Coca-Cola's Christmas trucks are so old "carbon dating may be required" says David Reviews owner and editor Jason Stone, adVENT Day: 25

Behind the windows of this very special Drum adVENT Calendar you’ll find a different member of the creative industry venting their feelings on a Christmas ad, or ads, they love or loathe. Today it’s David Reviews owner and editor, Jason Stone.

Coca Cola's annual Christmas ad's popularity is a mystery to Jason Stone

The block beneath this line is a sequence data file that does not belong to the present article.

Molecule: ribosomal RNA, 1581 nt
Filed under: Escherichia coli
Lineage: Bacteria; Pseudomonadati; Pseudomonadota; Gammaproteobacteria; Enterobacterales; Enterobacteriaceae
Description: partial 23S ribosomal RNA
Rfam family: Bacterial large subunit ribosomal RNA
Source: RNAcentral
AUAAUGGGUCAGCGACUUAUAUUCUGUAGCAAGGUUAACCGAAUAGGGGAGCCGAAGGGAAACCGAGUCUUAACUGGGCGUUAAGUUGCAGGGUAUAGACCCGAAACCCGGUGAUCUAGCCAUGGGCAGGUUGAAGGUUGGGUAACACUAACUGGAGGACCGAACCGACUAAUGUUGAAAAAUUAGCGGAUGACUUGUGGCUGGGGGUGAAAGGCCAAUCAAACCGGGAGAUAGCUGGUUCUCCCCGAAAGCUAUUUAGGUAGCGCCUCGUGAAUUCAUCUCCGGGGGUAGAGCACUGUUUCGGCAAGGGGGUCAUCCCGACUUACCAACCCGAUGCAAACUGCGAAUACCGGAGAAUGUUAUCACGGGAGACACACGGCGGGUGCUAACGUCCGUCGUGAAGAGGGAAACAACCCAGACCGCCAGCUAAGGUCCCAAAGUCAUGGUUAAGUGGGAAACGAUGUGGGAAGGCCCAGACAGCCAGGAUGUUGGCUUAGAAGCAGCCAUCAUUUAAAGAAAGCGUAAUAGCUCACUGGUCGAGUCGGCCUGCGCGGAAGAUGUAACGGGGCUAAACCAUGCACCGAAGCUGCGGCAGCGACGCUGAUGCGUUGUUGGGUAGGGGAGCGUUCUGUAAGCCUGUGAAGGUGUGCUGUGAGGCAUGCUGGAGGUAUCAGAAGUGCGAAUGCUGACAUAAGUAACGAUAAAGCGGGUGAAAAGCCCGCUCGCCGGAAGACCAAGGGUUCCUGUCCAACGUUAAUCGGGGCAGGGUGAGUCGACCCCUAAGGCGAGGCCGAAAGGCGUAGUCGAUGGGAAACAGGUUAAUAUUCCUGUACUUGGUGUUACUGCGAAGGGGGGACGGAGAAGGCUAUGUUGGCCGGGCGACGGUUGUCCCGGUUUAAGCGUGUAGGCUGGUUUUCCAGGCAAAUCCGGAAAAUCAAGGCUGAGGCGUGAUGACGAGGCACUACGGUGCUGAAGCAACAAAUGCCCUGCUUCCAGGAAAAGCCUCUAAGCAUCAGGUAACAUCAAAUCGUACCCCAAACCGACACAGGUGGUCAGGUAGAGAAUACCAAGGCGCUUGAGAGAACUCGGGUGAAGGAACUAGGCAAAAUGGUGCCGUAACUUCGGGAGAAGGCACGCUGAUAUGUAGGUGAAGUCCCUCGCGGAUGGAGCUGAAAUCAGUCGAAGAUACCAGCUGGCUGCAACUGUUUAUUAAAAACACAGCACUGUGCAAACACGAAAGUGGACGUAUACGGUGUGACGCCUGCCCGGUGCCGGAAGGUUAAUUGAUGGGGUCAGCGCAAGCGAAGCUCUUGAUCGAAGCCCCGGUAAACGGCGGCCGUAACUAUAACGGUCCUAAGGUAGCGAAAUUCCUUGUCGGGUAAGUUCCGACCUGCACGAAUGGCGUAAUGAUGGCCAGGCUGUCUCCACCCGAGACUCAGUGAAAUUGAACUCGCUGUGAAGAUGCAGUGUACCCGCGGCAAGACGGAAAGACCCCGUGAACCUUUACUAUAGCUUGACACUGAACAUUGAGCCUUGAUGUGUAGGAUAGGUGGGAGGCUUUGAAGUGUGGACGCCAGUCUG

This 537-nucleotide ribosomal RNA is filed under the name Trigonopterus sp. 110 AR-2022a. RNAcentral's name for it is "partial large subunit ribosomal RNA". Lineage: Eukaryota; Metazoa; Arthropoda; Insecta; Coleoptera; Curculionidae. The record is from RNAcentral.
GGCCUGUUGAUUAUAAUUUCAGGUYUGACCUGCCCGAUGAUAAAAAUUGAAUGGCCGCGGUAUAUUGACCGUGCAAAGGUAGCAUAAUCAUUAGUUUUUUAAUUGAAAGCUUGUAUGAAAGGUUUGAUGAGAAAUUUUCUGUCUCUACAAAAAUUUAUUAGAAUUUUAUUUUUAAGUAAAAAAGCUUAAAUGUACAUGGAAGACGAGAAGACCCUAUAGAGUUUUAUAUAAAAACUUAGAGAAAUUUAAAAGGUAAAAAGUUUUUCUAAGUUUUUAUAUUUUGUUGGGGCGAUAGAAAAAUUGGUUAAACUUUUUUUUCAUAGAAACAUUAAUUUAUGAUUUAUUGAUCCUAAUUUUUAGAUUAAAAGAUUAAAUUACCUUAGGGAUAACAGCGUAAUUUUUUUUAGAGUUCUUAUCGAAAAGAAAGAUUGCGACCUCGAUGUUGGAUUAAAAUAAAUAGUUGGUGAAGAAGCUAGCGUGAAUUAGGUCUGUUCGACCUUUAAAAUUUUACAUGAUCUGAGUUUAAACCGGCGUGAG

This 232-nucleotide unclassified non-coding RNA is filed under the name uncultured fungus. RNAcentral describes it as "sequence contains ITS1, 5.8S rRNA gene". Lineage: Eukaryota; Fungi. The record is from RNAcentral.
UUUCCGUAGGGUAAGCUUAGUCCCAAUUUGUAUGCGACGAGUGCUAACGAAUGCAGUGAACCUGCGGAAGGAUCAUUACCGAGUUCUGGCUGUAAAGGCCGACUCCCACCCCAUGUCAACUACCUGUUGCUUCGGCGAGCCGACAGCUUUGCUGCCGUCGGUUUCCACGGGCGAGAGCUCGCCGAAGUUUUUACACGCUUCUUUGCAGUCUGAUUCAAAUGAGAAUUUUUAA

Twitter offers an interesting insight into the way the public perceives television advertising and it’s not surprising that John Lewis’s most recent Christmas commercials have ‘trended’ on Twitter. Both were excellent films and fully deserve the public’s acclaim. On the other hand, it’s completely baffling that Coca Cola’s Christmas commercial also trends on Twitter. Unlike John Lewis, Coca Cola don’t make a new commercial each year. Instead they run an ad that’s so old, I haven’t been able to ascertain its age – I suspect carbon dating may be required. The company decided this ad had passed its sell-by date in 2001 and for six years they created new work to persuade punters to buy Coca Cola over the Christmas holidays. But in 2007 they revived the old ad and this year Twitter was abuzz with excitement when it made its annual appearance during ‘The X Factor’ on 10 November. It’s a mystery to me that Coca Cola ever managed to attach itself to Christmas in the first place. The association must owe a lot to Haddon Sundblom’s paintings of Santa Claus first used in Coke’s print advertising during the 1930s but how did a drink that’s ‘best served cold’ become something that people buy when there’s three-feet of snow on the ground? It’s part of a creeping Americanisation of Christmas. Sharp-minded readers may have noticed my reference to snow in that last paragraph. Christmas is seldom snowy in Britain – this idea comes from the parts of America where they really can rely on a thick white blanket year after year. And why Santa? When I was young, the fellow who brought the pressies was Father Christmas – whatever happened to him? The sight of those trucks makes me think more of pollution more seasonal good will. The cute little Christmassy town must smell like a busy ferry terminal once those trucks have rolled through its picturesque hills. As the gleeful public come out to greet the convoy, asthma sufferers must remain in their houses rocking themselves gently back and forth as they remember sucking on their inhalers in a desperate bid to avoid hospitalisation the previous year. But easily the most annoying thing about this lazy annual event is that it works. The public genuinely love this commercial. It tells them that “Christmas is on the way”. It feels positively Scrooge-like to condemn a piece of advertising that provokes so much affection but to borrow a phrase from the lyricist of John Lewis’s 2011 Christmas commercial...“I can’t help the way that I feel”.Jason Stone is owner and editor of adverts review site David Reviews. For the last decade Jason has assessed the merits of new TV commercials on the site which has become a must-read for those in adland. Jason is also a regular contributor to The Drum magazine and The Drum online and is the man behind our popular Desert Island Clips series.Head of innovation at Cheil UK Daniele Fiandaca looks to the past, present and future of Christmas ads in his 24 December adVENT.

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